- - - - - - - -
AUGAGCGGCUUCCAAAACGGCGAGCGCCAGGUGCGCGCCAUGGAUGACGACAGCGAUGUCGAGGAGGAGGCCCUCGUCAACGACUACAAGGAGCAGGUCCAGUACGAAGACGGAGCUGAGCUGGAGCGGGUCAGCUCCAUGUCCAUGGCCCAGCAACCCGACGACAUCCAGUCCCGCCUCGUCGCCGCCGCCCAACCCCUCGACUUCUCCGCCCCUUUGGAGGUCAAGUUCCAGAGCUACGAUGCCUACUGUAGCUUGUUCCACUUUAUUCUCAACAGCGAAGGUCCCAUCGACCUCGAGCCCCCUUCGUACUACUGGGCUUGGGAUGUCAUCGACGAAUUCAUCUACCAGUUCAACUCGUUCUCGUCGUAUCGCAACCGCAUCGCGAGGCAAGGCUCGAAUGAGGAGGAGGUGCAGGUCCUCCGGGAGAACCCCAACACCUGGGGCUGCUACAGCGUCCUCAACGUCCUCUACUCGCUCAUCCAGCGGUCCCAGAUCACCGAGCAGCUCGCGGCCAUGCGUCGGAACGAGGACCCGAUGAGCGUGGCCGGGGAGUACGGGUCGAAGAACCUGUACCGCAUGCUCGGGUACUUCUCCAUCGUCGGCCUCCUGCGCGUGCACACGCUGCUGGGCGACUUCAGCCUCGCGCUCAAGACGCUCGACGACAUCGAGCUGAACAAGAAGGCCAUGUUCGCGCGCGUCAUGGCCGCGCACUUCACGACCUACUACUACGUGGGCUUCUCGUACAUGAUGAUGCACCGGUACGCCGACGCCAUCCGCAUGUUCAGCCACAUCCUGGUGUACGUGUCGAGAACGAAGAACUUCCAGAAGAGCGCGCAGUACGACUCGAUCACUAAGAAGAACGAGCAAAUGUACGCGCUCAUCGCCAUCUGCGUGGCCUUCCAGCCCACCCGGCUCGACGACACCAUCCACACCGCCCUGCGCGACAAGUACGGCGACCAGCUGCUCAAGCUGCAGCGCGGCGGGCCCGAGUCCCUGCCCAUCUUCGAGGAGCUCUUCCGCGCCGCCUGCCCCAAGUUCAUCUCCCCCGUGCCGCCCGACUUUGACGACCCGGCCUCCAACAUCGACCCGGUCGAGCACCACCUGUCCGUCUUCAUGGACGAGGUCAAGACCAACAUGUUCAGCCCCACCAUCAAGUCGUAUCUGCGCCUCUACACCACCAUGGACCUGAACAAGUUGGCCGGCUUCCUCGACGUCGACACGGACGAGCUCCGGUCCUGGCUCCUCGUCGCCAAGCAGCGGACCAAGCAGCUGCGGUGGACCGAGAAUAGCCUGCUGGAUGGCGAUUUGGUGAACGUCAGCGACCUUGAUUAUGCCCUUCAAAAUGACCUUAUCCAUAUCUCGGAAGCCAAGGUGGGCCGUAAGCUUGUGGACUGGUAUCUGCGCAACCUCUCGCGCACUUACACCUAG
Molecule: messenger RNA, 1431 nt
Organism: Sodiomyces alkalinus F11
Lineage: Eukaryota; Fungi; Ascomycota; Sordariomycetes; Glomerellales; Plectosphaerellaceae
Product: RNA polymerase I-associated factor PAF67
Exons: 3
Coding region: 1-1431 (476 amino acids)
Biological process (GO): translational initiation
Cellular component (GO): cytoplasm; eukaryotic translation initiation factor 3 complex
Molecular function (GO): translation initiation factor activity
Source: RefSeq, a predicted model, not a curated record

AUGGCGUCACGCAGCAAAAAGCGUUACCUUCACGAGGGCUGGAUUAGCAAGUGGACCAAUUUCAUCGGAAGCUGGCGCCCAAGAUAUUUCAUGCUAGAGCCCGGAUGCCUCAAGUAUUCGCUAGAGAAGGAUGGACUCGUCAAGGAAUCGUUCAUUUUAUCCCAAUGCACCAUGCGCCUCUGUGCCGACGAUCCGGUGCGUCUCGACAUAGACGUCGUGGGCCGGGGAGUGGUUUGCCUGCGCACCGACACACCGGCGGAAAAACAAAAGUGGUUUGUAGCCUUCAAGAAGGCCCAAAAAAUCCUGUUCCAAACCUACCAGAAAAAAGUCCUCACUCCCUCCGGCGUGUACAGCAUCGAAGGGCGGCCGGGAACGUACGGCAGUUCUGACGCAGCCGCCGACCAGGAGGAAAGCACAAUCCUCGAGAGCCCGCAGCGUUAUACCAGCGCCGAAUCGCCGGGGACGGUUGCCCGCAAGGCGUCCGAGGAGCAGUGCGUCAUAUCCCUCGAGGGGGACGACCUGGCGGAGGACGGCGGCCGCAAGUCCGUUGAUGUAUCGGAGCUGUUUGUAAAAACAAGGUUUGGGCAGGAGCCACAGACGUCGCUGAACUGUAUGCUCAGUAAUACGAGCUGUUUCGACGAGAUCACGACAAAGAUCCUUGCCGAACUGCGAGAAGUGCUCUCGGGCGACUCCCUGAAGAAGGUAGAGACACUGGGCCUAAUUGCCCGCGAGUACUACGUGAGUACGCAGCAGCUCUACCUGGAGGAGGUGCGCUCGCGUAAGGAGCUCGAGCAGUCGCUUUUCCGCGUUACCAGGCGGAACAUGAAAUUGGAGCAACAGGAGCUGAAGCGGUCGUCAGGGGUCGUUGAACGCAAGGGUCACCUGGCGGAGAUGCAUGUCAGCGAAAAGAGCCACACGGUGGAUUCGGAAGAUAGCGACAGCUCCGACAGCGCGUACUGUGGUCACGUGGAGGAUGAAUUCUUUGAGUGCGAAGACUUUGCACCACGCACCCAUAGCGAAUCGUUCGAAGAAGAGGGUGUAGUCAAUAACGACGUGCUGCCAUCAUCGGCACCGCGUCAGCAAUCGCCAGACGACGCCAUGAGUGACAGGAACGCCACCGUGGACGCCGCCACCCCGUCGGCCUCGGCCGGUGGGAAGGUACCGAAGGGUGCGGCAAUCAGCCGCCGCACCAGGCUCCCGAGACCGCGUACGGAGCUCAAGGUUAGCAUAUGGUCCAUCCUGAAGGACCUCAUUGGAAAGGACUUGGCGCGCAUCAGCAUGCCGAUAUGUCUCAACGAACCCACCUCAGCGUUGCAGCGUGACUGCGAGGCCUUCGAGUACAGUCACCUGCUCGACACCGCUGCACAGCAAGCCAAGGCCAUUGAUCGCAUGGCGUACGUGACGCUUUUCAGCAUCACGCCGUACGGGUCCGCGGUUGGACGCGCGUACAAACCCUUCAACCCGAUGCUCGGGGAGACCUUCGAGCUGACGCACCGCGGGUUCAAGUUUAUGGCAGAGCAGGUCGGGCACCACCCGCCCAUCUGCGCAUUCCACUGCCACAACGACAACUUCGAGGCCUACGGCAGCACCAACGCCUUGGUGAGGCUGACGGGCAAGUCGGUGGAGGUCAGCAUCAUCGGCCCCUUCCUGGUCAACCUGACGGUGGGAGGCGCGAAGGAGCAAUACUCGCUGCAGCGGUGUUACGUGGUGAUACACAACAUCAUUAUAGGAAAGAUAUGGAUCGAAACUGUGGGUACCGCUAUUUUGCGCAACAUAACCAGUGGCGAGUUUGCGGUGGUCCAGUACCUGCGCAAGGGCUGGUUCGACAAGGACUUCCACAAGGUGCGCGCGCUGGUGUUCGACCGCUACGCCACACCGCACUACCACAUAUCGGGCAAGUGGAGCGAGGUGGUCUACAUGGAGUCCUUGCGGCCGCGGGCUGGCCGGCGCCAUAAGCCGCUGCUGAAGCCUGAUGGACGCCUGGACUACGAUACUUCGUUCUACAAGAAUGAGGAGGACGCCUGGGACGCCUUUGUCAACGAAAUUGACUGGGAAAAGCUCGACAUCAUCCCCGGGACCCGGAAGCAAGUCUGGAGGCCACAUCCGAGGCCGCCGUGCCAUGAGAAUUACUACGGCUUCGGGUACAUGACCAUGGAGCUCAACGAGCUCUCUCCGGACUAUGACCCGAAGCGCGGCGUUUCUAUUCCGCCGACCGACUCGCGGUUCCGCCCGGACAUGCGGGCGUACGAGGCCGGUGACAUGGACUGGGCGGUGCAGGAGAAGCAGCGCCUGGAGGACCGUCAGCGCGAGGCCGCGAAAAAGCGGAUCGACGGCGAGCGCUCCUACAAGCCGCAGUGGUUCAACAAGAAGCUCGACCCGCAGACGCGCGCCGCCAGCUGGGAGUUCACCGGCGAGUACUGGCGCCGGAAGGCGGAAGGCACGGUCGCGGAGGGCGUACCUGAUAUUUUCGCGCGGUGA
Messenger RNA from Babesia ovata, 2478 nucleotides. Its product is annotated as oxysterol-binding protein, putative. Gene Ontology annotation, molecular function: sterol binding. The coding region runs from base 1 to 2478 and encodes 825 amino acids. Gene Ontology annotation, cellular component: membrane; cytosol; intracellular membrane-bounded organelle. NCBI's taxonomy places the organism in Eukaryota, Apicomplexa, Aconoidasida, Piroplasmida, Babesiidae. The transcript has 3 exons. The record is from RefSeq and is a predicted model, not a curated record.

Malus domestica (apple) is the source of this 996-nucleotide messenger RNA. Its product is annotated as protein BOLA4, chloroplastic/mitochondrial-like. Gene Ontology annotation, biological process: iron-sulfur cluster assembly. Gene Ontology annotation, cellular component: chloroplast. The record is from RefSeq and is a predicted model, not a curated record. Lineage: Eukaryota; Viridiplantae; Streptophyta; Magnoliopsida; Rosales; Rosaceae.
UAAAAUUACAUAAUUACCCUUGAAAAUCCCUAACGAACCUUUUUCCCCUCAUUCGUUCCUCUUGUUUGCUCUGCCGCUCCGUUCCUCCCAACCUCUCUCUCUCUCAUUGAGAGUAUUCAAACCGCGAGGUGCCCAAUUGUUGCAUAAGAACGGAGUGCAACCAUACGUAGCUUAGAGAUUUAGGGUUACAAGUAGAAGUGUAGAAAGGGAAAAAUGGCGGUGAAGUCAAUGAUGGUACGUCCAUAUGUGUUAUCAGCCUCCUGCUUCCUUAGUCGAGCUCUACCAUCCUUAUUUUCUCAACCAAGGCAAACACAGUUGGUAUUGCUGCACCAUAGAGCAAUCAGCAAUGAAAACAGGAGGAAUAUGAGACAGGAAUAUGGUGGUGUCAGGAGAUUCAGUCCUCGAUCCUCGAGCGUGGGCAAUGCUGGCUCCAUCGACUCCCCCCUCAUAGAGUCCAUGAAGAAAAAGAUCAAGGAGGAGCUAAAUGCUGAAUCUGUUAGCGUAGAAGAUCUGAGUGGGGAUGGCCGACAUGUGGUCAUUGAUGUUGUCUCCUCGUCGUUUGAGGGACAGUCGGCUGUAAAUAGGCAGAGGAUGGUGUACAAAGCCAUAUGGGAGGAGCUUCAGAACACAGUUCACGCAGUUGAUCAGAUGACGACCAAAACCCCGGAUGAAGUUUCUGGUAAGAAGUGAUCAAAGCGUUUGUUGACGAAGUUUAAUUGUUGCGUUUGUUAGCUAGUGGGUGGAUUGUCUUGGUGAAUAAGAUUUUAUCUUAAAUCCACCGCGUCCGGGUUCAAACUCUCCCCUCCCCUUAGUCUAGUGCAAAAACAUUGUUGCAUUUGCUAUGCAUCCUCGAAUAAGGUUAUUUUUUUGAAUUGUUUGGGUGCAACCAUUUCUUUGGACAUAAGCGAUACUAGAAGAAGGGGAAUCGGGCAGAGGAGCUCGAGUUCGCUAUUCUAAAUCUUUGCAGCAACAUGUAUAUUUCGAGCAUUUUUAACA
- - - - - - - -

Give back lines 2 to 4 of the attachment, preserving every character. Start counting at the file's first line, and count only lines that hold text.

Molecule: messenger RNA, 1431 nt
Organism: Sodiomyces alkalinus F11
Lineage: Eukaryota; Fungi; Ascomycota; Sordariomycetes; Glomerellales; Plectosphaerellaceae